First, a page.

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« Introduction | Main

May 09, 2006

Design Conference Room Notemaker Manual

This manual was first drafted by a Research Assistant for the NSF Design Conference Room pilot project at Rensselaer Polytechnic Institute. I inherited, expanded, and completed the manual as an NSF Research Assistant in late 1993.

The Design Conference Room was a prototype space for face-to-face and distance computer-supported collaborative work, initially funded by the National Science Foundation. More information about this project can be found here.

Document is large, about 82 pages. Notemaker was a custom note-taking program developed in-house in Apple Hypercard.


Help Text and User’s Guide

Download dcr_notemaker_help_text.pdf

To read a section about the DCR from the report on original NSF grant, click the continued link below.

"Improving Software Design & Development Education through Technological Innovation"

A Summary Report

National Science Foundation Grant CDA-9214892
Rensselaer Polytechnic Institute
October 1996


The most visible product of an extended, user-oriented design effort is the Rensselaer Design Conference Room or "DCR"  (http://dcr.rpi.edu/).  This is a 650 square foot conference room with a 90 square foot observation and development annex.

The DCR is a laboratory for exploration of modes of collaboration in design teams and of
modes of support of design team conferencing.  It has at its center a large conference table with spaces for six conferees at “integrated design stations”.

Whiteboards, tackboards, flipcharts, overhead projection, tables etc. offer traditional media for presentation and discussion of ideas.  National networks and an electronic whiteboard enrich access to information and the expression of ideas.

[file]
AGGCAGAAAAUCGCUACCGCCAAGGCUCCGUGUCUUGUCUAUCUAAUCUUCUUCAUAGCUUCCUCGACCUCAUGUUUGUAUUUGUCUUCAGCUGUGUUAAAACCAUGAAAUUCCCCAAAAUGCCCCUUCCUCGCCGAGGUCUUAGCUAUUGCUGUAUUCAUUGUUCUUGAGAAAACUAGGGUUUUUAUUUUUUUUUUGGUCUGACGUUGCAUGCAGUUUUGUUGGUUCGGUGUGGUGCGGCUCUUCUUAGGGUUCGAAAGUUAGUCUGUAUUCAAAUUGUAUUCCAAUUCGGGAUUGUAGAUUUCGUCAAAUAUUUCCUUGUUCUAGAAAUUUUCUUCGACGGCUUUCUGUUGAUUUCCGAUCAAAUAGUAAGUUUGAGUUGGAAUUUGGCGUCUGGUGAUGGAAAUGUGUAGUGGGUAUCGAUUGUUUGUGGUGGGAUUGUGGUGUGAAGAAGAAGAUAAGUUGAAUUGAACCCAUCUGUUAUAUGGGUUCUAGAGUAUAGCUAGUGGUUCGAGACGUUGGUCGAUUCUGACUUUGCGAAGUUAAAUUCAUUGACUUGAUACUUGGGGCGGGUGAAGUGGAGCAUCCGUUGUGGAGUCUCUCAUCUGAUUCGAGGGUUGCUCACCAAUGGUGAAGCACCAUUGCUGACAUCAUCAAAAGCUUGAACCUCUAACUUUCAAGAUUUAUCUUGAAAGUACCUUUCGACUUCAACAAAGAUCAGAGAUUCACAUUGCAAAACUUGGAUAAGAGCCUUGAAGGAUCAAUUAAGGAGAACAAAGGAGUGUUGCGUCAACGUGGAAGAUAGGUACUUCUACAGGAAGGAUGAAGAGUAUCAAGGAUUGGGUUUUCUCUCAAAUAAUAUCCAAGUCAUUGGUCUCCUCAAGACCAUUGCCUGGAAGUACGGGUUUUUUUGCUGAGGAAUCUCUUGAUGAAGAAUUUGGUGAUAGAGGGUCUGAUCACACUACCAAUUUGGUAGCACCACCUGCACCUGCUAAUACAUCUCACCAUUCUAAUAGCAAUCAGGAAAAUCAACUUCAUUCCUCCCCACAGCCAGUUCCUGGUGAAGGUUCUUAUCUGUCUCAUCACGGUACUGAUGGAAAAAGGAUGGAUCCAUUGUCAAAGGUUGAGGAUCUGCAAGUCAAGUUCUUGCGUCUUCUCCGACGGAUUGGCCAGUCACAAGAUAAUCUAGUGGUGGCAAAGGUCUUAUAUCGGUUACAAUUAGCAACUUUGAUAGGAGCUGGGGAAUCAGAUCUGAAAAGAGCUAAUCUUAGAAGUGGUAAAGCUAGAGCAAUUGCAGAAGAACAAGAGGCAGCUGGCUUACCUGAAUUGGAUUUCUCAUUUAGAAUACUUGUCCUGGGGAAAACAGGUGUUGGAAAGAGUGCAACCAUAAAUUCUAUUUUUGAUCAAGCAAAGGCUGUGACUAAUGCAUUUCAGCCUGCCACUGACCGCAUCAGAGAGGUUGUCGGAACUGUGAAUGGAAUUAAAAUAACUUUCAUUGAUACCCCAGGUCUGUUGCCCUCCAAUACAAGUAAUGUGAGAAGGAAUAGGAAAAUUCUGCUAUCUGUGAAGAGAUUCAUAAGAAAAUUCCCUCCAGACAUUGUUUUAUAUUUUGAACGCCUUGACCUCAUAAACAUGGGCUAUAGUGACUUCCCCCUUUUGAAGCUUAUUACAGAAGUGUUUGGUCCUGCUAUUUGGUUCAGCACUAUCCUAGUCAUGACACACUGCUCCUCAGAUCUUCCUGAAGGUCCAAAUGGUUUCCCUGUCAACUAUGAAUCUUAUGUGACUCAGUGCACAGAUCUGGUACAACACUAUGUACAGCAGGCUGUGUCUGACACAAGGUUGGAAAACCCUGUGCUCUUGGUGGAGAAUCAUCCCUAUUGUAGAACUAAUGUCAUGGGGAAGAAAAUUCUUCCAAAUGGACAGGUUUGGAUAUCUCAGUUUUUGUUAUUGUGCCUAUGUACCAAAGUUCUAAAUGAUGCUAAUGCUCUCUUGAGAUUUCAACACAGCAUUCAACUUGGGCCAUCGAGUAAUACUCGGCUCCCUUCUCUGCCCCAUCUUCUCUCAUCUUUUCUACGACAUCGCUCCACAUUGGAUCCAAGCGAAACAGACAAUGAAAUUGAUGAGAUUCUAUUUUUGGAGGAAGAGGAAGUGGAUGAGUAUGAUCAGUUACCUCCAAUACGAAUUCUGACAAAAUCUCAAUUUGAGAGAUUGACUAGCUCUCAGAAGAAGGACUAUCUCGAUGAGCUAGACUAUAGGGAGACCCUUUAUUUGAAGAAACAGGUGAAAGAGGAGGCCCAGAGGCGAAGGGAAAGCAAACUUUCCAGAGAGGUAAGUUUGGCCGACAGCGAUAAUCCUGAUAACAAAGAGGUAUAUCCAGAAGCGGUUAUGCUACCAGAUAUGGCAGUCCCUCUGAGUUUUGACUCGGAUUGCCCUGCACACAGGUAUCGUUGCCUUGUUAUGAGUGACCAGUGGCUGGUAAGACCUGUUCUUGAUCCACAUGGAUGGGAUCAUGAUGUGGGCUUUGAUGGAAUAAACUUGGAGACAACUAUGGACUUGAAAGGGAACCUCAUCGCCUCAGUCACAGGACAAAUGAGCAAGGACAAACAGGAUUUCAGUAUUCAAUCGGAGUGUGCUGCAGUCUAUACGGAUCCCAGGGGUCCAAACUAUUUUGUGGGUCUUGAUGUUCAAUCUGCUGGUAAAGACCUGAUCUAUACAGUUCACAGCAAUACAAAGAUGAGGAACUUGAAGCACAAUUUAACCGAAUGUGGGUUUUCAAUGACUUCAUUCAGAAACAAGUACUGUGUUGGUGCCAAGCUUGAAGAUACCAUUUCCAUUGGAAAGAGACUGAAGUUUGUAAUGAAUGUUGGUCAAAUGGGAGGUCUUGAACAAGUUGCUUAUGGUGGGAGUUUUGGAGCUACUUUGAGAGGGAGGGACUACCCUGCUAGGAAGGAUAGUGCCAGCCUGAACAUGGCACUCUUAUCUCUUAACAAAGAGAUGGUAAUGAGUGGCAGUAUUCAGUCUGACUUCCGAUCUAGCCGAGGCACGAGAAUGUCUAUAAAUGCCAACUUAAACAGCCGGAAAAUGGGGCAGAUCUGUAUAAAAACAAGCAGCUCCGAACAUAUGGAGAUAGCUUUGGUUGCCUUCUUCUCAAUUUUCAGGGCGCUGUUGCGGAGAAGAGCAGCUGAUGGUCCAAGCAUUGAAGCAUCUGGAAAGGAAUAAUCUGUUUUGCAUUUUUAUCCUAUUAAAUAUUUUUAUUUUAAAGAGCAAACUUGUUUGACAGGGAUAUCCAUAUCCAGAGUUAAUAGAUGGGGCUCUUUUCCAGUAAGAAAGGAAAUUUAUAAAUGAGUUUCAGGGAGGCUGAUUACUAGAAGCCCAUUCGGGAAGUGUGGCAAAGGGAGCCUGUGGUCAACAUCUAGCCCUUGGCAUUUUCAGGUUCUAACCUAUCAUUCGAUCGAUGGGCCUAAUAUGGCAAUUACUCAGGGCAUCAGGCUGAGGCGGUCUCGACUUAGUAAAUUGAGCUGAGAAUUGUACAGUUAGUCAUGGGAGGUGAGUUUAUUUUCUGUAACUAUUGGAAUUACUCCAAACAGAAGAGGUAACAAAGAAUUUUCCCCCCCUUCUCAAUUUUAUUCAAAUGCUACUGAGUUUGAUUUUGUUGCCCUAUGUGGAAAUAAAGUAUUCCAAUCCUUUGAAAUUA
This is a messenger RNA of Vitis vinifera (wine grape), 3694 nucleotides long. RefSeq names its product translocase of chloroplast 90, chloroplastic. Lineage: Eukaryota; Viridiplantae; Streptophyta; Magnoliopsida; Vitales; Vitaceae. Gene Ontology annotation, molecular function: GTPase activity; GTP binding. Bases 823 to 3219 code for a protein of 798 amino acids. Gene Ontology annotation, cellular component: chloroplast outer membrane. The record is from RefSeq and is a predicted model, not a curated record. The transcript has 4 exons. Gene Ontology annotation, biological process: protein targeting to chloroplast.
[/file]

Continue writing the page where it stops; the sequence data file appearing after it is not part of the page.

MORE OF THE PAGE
The conference setting places no visual or acoustic barriers between participants.  All
electronic and media tools are discreetly situated to serve rather than dominate design team efforts.

Each design station consists of a computer workstation with keyboard and screen in a side desk to the left or right of each participant.  Buried in the hexagonal conference table are three large shared monitors driven by a video/file server located in the annex.  The conferees may join a collaboration session on a named project from their individual design stations.  They may in turn take control of the server and the visual space on the shared monitors, moving and transforming information for all to view.  These and auxiliary shared monitors placed elsewhere in the DCR show the same image.

The Collaboration Net software developed for the DCR enables participants to use whatever professional software tools they feel appropriate as they convey their concerns and ideas to other conferees.  We think of the CN as meta-groupware.

Acoustic and video recording of sessions have enabled us do conduct detailed studies of
team processes and performance.  They also enable a team to keep a detailed record of
proceedings and to backtrack to critical points in the discussion.

The DCR has been used by numerous teams from numerous disciplines and several cross- discipline teams.  Documentary studies of team performance have been conducted with teams from courses in software engineering and helicopter design.  Other users have been from courses in algorithm design, electronic arts, architectural CAD, and web site design.  In addition, a Ph.D. thesis has addressed issues related to protocols for sharing the public screen in an empirical study conducted with teams of students.

The Collaboration Net concept is now being extended to distance collaboration with mixed
platform capability.  It will also be applied in a 36-42 seat collaborative classroom in which classes organized into six or more teams will meet.  This facility will support six major kinds of interactive learning activities:  instructor demonstration, peer learning, team meeting, instructor consultation, client consultation, and presentation & critique.  (Architect sketches are appended.)


May 9, 2006 in Technical Communication | Permalink


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